In many regions of the developing CNS, distinct cell types are born at different times. The means by which discrete and stereotyped temporal switches in cellular identities are acquired remains poorly understood. This study has examined how visceral motor neurons (VMNs) and serotonergic neurons, two neuronal subtypes, are sequentially generated from a common progenitor pool in the vertebrate hindbrain. The forkhead transcription factor Foxa2, acting in progenitors, is essential for the transition from VMN to serotonergic neurogenesis. Loss-of-function and gain-of-function experiments indicated that Foxa2 activates the switch through a temporal cross-repressive interaction with paired-like homeobox 2b (Phox2b), the VMN progenitor determinant. This mechanism bears a marked resemblance to the cross-repression between neighboring domains of transcription factors that establish discrete progenitor identities along the spatial axes. Moreover, the subsequent differentiation of central serotonergic neurons required both the suppression of VMN neurogenesis and the induction of downstream intrinsic determinants of serotonergic identity by Foxa2 (Jacob, 2007).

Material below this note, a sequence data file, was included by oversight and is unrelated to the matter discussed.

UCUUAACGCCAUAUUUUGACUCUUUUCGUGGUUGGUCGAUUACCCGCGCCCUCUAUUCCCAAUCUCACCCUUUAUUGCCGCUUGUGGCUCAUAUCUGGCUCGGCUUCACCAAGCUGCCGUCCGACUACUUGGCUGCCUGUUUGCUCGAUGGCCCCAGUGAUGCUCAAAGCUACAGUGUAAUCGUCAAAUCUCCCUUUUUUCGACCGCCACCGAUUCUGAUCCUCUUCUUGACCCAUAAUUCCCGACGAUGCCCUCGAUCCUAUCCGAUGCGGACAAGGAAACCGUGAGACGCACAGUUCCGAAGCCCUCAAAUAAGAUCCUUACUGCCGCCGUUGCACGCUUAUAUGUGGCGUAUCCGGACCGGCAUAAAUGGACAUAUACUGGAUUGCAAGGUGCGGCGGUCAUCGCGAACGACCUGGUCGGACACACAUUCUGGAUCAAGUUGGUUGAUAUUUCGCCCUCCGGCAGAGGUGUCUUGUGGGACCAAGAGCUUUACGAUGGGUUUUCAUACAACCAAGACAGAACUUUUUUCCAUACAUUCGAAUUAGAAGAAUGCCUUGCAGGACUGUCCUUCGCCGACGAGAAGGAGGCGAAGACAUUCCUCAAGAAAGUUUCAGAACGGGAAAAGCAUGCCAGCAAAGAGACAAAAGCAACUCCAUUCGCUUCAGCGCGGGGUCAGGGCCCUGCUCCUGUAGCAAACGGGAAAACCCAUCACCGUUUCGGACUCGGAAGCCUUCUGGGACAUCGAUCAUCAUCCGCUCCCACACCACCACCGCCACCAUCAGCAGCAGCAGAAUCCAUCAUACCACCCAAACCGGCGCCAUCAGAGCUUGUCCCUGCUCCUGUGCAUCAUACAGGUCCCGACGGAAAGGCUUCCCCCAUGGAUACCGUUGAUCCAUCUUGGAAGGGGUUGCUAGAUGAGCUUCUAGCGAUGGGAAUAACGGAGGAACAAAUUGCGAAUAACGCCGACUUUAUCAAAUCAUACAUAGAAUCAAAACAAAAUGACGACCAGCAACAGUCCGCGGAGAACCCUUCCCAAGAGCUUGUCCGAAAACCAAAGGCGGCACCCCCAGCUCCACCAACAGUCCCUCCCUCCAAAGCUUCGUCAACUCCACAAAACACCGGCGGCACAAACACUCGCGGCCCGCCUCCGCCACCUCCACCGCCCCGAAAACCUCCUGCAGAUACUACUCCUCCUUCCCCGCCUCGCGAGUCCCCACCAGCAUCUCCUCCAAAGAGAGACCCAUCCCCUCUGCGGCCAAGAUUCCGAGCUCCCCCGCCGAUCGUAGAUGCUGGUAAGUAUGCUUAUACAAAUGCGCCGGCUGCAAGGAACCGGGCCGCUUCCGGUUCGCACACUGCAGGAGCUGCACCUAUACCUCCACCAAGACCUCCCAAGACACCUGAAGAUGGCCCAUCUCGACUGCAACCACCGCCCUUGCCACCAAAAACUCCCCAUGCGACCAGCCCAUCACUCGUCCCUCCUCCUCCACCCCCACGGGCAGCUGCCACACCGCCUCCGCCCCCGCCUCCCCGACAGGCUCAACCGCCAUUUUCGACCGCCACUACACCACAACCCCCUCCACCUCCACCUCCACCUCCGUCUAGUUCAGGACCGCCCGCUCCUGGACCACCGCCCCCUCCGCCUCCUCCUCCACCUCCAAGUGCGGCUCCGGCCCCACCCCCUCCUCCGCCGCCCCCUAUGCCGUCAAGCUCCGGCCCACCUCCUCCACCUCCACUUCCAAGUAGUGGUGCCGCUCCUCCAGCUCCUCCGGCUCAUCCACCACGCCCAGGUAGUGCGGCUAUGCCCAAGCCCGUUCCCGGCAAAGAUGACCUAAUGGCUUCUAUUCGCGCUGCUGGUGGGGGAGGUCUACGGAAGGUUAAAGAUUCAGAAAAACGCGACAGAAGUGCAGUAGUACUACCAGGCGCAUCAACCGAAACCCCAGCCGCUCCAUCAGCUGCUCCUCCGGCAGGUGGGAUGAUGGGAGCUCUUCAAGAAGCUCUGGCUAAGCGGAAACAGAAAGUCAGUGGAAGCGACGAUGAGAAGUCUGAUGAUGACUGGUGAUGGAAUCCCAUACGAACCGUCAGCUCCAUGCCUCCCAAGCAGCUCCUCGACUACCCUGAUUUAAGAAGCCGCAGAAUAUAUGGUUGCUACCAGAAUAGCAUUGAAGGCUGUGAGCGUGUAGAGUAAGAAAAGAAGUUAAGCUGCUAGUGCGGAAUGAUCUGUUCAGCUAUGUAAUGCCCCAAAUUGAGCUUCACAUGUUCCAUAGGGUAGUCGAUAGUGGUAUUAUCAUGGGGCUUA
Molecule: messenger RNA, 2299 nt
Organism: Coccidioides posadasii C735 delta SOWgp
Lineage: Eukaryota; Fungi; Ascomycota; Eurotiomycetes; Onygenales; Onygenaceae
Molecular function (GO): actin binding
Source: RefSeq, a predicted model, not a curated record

FOXA1, estrogen receptor alpha (ERalpha) and GATA3 independently predict favorable outcome in breast cancer patients, and their expression correlates with a differentiated, luminal tumor subtype. As transcription factors, each functions in the morphogenesis of various organs, with ERalpha and GATA3 being established regulators of mammary gland development. Interdependency between these three factors in breast cancer and normal mammary development has been suggested, but the specific role for FOXA1 is not known. This study reports that Foxa1 deficiency causes a defect in hormone-induced mammary ductal invasion associated with a loss of terminal end bud formation and ERalpha expression. By contrast, Foxa1 null glands maintain GATA3 expression. Unlike ERalpha and GATA3 deficiency, Foxa1 null glands form milk-producing alveoli, indicating that the defect is restricted to expansion of the ductal epithelium, further emphasizing the novel role for FOXA1 in mammary morphogenesis. Using breast cancer cell lines, it was also demonstrated that FOXA1 regulates ERalpha expression, but not GATA3. These data reveal that FOXA1 is necessary for hormonal responsiveness in the developing mammary gland and ERalpha-positive breast cancers, at least in part, through its control of ERalpha expression (Bernardo, 2010).